Unlike most writers whose work is based on their own alloy of experience and culture, the main source of inspiration for Jorge Luis Borges were books. Proof of this is his collection, The Universal History of Iniquity, composed of the retold stories of actual villains, bandits, and crimes drawn from documentary stories that Borges had turned into literature with a lot of artistic imagination, talent and magnificent style. He himself says that he “has been spoiled with forging and misinterpreting foreign stories” when creating a single story. Despite the fact that he published his first work of prose in 1935, Borges remained a poet. Though clairvoyant, his tongue is laconic, with carefully chosen, often meaningful and highly expressive words. The stories are tight, subordinate to a rhythm that allows only the necessary, and eliminates everything unnecessary. The narrative is intense and engages the reader with characters, both fascinating and repulsive, with the cinematic visuals of the descriptions and the overflowing between the real and the invented. Read More

Writing Prompt: The Importance of Plot

by Finn Gross Maurer

When discussing how important plot is in a piece of fiction, I think it’s important to think about what happens when you ask a person what they’re reading. Take a second and imagine it. You pose the question. They reply with a title. Now stop, and think about what your next question is? More likely than not, it’s: “Oh what’s that about?”

In writing, plot equals structure, and structure happens to be crucial. Plot is not the only means of providing structure, but it’s certainly the most common, and arguably the most reliable. This is because plot provides the roadmap of where you’re going as a writer, and where you’re taking the reader. It’s point A and B and everything in between. Yet its importance as a structural element is largely contextual, depending on the kind of work you’re producing, and how much you can comfortably ask of your reader in terms of their time and attention. Read More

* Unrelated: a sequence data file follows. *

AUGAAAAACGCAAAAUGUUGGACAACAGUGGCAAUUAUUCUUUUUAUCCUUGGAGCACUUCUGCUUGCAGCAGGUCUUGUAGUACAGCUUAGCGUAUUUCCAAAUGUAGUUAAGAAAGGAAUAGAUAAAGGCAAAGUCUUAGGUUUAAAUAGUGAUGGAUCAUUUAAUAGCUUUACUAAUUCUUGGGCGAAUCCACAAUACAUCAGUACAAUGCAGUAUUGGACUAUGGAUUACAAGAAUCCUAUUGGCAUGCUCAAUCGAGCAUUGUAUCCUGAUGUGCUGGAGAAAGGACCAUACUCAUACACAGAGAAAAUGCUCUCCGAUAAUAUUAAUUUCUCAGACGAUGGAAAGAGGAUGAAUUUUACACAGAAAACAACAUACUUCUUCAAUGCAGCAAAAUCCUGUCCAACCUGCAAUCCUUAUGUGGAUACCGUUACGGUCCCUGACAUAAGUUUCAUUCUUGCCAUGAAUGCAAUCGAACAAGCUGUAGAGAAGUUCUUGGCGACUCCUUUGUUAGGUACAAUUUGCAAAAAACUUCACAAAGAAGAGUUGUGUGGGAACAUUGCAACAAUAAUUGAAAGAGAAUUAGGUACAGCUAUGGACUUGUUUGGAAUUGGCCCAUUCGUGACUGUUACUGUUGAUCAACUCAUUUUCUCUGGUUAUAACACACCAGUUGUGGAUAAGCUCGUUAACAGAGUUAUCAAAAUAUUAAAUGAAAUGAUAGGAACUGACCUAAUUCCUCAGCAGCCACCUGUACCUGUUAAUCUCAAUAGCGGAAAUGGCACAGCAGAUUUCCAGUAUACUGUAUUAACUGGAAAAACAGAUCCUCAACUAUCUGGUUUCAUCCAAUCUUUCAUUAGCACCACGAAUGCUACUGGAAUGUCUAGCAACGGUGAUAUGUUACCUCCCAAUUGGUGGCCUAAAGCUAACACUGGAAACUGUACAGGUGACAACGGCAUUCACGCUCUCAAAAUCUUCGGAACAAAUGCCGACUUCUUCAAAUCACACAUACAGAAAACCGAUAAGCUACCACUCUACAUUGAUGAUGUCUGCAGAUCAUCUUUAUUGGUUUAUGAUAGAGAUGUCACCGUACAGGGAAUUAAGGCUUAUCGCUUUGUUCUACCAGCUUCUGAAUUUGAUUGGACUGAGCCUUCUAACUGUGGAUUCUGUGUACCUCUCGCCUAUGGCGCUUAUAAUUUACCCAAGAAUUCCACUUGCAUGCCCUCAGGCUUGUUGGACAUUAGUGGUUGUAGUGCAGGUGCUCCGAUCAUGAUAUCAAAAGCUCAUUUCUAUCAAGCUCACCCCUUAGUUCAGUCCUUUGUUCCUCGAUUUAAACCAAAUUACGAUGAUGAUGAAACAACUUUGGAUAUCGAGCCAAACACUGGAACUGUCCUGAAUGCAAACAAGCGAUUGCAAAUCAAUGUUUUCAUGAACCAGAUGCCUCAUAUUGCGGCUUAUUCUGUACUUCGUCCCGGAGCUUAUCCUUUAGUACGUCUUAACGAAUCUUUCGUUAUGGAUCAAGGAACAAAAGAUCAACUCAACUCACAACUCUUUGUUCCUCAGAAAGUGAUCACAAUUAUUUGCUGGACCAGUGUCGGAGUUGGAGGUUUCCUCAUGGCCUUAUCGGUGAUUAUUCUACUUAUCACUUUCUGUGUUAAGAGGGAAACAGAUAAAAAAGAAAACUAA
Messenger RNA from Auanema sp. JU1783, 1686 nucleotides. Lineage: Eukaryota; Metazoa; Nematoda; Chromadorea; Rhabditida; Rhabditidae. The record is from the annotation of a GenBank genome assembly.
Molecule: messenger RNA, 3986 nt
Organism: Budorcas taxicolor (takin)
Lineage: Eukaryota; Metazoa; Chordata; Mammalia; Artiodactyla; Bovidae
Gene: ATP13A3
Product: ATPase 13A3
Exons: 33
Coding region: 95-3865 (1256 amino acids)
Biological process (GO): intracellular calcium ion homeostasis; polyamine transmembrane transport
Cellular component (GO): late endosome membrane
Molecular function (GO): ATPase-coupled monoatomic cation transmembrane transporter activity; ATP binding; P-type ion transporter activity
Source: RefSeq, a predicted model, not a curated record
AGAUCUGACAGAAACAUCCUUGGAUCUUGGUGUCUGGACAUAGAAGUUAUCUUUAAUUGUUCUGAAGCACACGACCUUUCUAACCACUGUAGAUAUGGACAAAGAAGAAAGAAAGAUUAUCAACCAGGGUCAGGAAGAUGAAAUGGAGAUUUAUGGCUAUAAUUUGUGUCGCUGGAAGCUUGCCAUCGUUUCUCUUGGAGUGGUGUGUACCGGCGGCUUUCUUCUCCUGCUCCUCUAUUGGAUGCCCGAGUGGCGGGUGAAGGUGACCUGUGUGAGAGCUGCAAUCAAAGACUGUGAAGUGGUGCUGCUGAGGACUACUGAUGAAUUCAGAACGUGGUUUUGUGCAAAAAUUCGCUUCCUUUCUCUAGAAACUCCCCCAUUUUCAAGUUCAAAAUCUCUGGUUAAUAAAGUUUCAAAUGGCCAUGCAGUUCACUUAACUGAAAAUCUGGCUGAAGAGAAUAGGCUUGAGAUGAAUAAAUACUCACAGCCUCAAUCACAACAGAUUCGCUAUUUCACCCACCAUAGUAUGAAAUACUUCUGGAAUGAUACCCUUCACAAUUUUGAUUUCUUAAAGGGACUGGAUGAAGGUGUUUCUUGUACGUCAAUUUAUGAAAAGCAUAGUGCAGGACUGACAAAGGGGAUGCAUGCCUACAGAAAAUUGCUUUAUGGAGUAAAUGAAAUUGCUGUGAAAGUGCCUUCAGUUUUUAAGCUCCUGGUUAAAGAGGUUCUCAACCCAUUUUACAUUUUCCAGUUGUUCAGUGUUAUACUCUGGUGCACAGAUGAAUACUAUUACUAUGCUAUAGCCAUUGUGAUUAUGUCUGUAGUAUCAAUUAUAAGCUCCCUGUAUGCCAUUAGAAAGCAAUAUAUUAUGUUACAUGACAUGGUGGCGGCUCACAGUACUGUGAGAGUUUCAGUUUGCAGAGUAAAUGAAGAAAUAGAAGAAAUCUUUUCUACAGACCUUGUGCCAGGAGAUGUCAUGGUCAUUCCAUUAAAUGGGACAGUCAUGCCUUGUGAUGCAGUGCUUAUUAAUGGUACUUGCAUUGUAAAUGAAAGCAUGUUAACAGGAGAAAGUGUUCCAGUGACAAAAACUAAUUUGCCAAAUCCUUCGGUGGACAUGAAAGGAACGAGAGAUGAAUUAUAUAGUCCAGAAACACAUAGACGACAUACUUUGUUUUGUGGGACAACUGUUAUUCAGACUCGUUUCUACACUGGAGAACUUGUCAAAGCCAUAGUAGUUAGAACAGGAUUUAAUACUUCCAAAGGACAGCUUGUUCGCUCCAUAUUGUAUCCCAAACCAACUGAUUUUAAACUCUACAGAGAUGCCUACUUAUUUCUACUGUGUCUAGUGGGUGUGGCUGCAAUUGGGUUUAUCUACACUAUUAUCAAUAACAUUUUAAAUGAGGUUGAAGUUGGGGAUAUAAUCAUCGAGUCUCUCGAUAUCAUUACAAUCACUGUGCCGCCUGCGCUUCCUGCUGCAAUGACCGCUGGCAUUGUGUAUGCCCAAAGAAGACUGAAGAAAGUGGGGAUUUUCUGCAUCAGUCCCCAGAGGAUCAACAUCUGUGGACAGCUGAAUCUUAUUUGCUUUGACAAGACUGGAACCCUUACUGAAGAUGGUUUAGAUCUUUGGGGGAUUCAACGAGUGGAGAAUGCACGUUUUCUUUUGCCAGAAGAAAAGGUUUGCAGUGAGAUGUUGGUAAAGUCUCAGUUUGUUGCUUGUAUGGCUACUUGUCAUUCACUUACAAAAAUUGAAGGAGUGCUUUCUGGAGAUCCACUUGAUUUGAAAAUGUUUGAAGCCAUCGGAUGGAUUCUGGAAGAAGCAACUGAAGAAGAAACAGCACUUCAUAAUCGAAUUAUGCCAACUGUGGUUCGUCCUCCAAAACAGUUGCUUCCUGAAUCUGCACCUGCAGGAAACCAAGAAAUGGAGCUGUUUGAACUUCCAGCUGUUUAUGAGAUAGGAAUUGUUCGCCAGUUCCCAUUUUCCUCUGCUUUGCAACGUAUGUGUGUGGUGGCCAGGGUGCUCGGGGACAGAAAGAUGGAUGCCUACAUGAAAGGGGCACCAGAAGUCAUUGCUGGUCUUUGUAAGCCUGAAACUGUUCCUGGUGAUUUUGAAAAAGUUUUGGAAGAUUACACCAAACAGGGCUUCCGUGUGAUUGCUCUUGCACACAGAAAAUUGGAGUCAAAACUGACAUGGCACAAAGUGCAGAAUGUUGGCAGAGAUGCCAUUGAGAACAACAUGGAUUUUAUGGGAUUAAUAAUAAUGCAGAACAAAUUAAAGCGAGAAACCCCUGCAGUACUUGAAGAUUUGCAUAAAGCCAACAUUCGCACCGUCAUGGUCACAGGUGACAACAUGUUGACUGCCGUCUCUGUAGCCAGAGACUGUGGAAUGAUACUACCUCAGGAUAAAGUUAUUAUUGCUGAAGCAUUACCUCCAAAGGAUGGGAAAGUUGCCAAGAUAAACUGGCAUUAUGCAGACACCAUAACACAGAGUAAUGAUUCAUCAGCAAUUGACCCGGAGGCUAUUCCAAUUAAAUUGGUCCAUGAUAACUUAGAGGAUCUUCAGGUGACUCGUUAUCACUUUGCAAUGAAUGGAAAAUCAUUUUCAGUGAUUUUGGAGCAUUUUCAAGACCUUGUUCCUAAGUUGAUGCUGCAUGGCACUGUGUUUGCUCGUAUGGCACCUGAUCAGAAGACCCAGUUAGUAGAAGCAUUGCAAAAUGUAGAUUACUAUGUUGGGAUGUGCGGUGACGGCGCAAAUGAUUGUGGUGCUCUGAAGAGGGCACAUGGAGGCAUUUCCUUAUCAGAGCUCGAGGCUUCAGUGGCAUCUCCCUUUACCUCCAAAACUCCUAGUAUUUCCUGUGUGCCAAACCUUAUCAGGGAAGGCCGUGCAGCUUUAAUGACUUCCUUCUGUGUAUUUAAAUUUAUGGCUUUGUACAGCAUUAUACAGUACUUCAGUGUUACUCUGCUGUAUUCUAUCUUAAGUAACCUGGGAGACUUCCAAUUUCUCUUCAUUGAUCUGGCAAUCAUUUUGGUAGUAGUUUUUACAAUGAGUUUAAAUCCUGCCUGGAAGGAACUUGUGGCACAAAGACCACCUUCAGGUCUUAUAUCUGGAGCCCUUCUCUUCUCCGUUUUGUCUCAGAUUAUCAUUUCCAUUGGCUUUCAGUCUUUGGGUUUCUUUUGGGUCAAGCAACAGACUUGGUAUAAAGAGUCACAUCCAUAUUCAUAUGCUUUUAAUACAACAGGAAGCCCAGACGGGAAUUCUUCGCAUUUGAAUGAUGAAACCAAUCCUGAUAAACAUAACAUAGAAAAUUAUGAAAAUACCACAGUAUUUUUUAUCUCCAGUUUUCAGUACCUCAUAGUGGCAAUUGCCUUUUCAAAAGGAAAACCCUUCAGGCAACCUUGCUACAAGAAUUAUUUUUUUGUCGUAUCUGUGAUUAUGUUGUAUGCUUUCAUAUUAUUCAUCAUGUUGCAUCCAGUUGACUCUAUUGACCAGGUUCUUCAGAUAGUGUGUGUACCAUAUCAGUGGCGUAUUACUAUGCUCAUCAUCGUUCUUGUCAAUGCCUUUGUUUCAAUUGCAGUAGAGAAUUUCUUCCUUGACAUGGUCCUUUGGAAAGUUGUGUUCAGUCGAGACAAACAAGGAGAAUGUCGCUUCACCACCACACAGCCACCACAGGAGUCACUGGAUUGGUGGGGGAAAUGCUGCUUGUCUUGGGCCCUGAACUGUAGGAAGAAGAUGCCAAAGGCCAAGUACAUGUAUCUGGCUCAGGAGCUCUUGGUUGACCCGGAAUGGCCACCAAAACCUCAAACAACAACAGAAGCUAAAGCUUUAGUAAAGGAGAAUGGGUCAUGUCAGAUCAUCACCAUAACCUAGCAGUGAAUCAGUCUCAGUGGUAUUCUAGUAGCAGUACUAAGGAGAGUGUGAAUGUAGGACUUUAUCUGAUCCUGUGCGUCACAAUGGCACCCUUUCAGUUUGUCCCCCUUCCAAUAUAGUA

Opinion: Why Not All Creative Writing Courses Are Interesting

Photo by Alexis Brown

Creative writing is not new. It used to be a requirement of every student’s education for around 400 years, especially in the English-speaking world. In the nineteenth century, literary education was either weakened, or completely dropped from elementary and secondary education. Later on, colleges picked up all of literary education but creative writing. Creative writing was then missing for about a 100 years or so, but in the past 40 years, it has returned. Nowadays, there is a lot of controversy on the issue – some claim that creative writing courses are necessary and beneficial; while others claim that they are useless. I, myself, have participated in such a course, so I will share my experience and viewpoint. Keep in mind, however, that I might be biased because my judgment is based purely on one creative writing course.

As a devoted reader and not so devoted writer, I was curious about creative writing courses. When I heard from a friend, who is a poet, that he attends a creative writing course, I decided to join him. The course was held by one of the most prominent writers in my country. He had won many awards for literary fiction and poetry, and his books have been translated into English, German, French, and Hungarian. The course was for free and the only requirement was to be dedicated and hard working since it was an intense course. Read More